Catalogue


Violence in Canada : sociopolitical perspectives /
Jeffrey Ian Ross, editor ; with a new introduction by the editor ; and foreword by Ted Robert Gurr.
edition
2nd ed.
imprint
New Brunswick, N.J. : Transaction Publishers, c2004.
description
xlii, 362 p. : ill. ; 23 cm.
ISBN
0765808072 (alk. paper)
format(s)
Book
Holdings
More Details
added author
imprint
New Brunswick, N.J. : Transaction Publishers, c2004.
isbn
0765808072 (alk. paper)
catalogue key
5117422
 
Includes bibliographical references and index.
A Look Inside
Summaries
Bowker Data Service Summary
Many people consider Canada, particularly in comparison to its southern cousin, as a 'peaceable kingdom'. However, as the historical record shows, Canadians have never been a thoroughly non-violent people. This work covers historical and contemporary violence in the country.
Main Description
Although Canada is popularly viewed as "the peaceful kingdom," Canadians have never been a thoroughly non-violent people. Violence in Canada highlights the major areas and contexts where violence takes place. A foreword by Ted Robert Gurr (editor of the seminal Violence in America, 3/e) is followed by an account of historical violence on our western frontier. Other scholars describe contemporary violence: by and against aboriginal peoples, women, children, and the elderly; in labor-capital disputes; homicide; police and prison violence; terrorism; and government responses. Jeffrey Ian Ross's introduction outlines the sociopolitical dynamics of violence, and his summary chapter offers directions for future research. The book makes an important contribution to Canadian studies worldwide.
Main Description
Many people consider Canada, particularly in comparison to its southern cousin, as a "peaceable kingdom." However, as the historical record demonstrates, Canadians have never been a thoroughly non-violent people. Violence in Canada highlights from an interdisciplinary perspective the major areas and contexts where violence takes place. Consisting of thirteen contributions, the book forms an indispensable guide to the subject. All of the authors are experts in their field, many with international reputations, and are drawn from the fields of sociology, political science, history, and criminology. The foreword by Ted Robert Gurr, author of Violence in America , is followed by an historical analysis of violence on the Canadian western frontier. Other scholars describe contemporary violence: by and against indigenous peoples, women, children, and the elderly; in labor-related disputes; homicide; police and prison violence; terrorism; and discuss government responses and policy implications. Each chapter specifically addresses the sociological and political dimensions of violence. The authors make ample use of statistics and empirical research. Jeffrey Ian Ross's introduction outlines the sociopolitical dynamics of violence, and his summary chapter offers directions for future research. When the book was first published in 1995 it was widely praised by scholarly journals and has since become a standard text in the study of violence and modern Canadian cultural studies. The book is all the more valuable as its new introduction places its findings in the context of research that has been produced since the original publication. Violence in Canada will be of interest to sociologists, criminologists, and political scientists. Jeffrey Ian Ross is an associate professor in the Division of Criminology, Criminal Justice and Social Policy and fellow with the Center for Comparative and International Law, University of Baltimore. His work has appeared in many academic journals and chapters in academic texts, as well as articles in popular magazines in Canada and the United States. He is the author, co-author, editor, or co-editor of eight books. Ted Robert Gurr is Distinguished University Professor at the University of Maryland. Among his books are Why Men Rebel and Violence in America .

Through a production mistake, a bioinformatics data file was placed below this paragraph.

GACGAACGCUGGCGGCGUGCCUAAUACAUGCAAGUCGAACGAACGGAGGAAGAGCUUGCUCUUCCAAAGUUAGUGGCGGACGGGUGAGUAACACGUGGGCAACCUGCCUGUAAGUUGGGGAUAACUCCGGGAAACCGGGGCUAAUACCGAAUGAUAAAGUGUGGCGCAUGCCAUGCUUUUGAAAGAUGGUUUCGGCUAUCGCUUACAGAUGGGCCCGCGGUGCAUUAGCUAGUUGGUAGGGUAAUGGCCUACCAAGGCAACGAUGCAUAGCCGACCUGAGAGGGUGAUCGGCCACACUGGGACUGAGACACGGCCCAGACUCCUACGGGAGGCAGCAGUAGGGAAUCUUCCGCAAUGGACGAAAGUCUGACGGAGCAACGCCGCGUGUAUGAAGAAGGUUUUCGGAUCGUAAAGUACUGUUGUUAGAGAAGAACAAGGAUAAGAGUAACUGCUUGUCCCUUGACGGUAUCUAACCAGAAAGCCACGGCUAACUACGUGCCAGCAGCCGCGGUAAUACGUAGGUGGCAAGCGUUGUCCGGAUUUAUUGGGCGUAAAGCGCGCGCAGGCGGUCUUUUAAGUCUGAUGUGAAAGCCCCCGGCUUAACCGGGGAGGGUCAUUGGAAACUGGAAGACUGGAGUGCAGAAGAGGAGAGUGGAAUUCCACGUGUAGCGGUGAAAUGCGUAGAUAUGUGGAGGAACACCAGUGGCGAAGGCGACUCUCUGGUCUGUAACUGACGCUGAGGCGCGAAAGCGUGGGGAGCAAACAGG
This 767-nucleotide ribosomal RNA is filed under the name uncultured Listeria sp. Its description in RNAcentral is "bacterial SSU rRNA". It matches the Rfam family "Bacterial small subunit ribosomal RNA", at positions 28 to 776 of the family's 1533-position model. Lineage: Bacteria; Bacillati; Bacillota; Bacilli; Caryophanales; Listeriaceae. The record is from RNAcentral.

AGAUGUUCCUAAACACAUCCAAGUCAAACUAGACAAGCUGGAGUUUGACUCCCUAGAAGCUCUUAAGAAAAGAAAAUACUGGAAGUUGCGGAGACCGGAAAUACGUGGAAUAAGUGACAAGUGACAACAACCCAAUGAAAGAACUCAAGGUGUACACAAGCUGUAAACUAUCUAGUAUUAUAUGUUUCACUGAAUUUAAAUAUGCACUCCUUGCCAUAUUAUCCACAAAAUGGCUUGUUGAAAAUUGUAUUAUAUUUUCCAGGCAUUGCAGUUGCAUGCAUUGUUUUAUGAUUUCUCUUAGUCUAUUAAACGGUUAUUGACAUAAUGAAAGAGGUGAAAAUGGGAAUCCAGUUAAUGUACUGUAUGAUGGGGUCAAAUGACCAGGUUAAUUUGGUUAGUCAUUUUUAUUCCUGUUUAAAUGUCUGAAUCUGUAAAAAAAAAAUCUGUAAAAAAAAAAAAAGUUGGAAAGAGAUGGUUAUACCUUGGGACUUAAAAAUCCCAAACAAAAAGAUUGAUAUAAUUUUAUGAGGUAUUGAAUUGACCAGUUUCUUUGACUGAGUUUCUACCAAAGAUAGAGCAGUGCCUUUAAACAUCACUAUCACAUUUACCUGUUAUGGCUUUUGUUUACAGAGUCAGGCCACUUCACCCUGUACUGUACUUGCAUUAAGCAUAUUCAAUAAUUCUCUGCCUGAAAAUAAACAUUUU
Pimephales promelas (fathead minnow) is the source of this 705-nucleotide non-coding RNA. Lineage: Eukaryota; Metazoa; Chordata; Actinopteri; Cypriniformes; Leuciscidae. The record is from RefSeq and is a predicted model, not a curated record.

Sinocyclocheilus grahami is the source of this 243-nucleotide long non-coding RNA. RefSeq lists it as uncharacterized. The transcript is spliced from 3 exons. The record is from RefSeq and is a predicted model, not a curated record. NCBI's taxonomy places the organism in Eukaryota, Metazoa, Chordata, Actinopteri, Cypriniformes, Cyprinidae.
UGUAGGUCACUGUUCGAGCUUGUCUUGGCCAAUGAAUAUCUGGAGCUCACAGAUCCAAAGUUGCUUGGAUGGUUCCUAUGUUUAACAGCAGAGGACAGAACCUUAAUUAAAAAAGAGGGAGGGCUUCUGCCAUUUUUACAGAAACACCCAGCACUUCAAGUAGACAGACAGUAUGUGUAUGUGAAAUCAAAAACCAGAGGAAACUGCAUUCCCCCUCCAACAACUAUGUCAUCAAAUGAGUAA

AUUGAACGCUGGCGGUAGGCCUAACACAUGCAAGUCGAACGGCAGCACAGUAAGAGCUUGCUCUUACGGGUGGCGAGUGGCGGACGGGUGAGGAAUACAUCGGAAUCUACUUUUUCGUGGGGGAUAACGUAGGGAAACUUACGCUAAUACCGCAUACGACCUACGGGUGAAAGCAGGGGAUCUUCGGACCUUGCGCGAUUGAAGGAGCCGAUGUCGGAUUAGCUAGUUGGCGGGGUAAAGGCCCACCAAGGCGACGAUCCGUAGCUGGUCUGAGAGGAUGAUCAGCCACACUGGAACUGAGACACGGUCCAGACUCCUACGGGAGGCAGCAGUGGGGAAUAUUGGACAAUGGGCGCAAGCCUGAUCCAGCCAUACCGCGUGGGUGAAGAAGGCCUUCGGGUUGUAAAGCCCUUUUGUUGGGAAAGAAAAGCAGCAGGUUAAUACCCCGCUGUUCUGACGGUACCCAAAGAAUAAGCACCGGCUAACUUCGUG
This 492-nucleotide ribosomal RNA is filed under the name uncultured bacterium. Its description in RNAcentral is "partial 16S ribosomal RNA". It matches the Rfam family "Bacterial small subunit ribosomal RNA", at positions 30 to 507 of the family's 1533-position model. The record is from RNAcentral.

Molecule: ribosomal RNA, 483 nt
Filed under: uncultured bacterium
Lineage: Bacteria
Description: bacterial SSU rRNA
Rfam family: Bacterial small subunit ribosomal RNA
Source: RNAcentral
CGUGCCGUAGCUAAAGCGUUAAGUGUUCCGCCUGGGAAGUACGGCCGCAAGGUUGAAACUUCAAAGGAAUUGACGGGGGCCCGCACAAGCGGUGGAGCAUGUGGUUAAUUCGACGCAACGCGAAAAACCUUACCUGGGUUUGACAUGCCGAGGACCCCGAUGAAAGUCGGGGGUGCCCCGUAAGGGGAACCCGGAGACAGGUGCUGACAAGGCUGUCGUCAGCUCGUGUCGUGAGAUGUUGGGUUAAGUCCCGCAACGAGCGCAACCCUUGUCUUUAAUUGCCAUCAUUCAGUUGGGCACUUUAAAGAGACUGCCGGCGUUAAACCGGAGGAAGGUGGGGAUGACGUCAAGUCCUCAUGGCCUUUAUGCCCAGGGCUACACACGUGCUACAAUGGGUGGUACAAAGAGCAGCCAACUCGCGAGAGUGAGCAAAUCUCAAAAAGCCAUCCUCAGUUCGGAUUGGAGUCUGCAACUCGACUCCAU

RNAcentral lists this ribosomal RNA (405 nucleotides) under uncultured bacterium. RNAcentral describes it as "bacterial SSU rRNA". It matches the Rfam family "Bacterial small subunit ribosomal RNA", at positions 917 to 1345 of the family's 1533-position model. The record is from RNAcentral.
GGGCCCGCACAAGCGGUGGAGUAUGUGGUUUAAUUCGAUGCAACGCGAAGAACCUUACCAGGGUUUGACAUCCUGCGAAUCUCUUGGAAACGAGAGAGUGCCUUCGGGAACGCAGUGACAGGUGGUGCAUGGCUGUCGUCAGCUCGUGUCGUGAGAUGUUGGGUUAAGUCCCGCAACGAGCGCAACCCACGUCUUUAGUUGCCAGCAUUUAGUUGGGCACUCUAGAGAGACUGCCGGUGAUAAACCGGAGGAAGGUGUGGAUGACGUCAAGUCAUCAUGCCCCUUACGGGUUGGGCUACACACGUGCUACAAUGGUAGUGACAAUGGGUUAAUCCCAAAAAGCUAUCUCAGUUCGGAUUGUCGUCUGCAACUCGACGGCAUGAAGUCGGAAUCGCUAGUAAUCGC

Table of Contents
Foreword
Violence in Canada: An Introduction to its Sociopolitical Dynamics
Violence on the Western Canadian Frontier: A Historical Perspective
On Violence and Healing: Aboriginal Experiences, 1960-1993
Worker Insurgency and Social Control: Violence By and Against Labour in Canada
Intimate Male Violence Against Women in Canada
Violence By and Against Children in Canada
Violence and the Elderly
Homicide in Canada
Violence by Municipal Police in Canada: 1977-1992
A Sociopolitical Approach to the Reproduction of Violence in Canadian Prisons
Terrorism in Canada, 1960-1992
The Response of Democratic Governments to Violence
Conclusion: Summary and Future Directions
Table of Contents provided by Publisher. All Rights Reserved.

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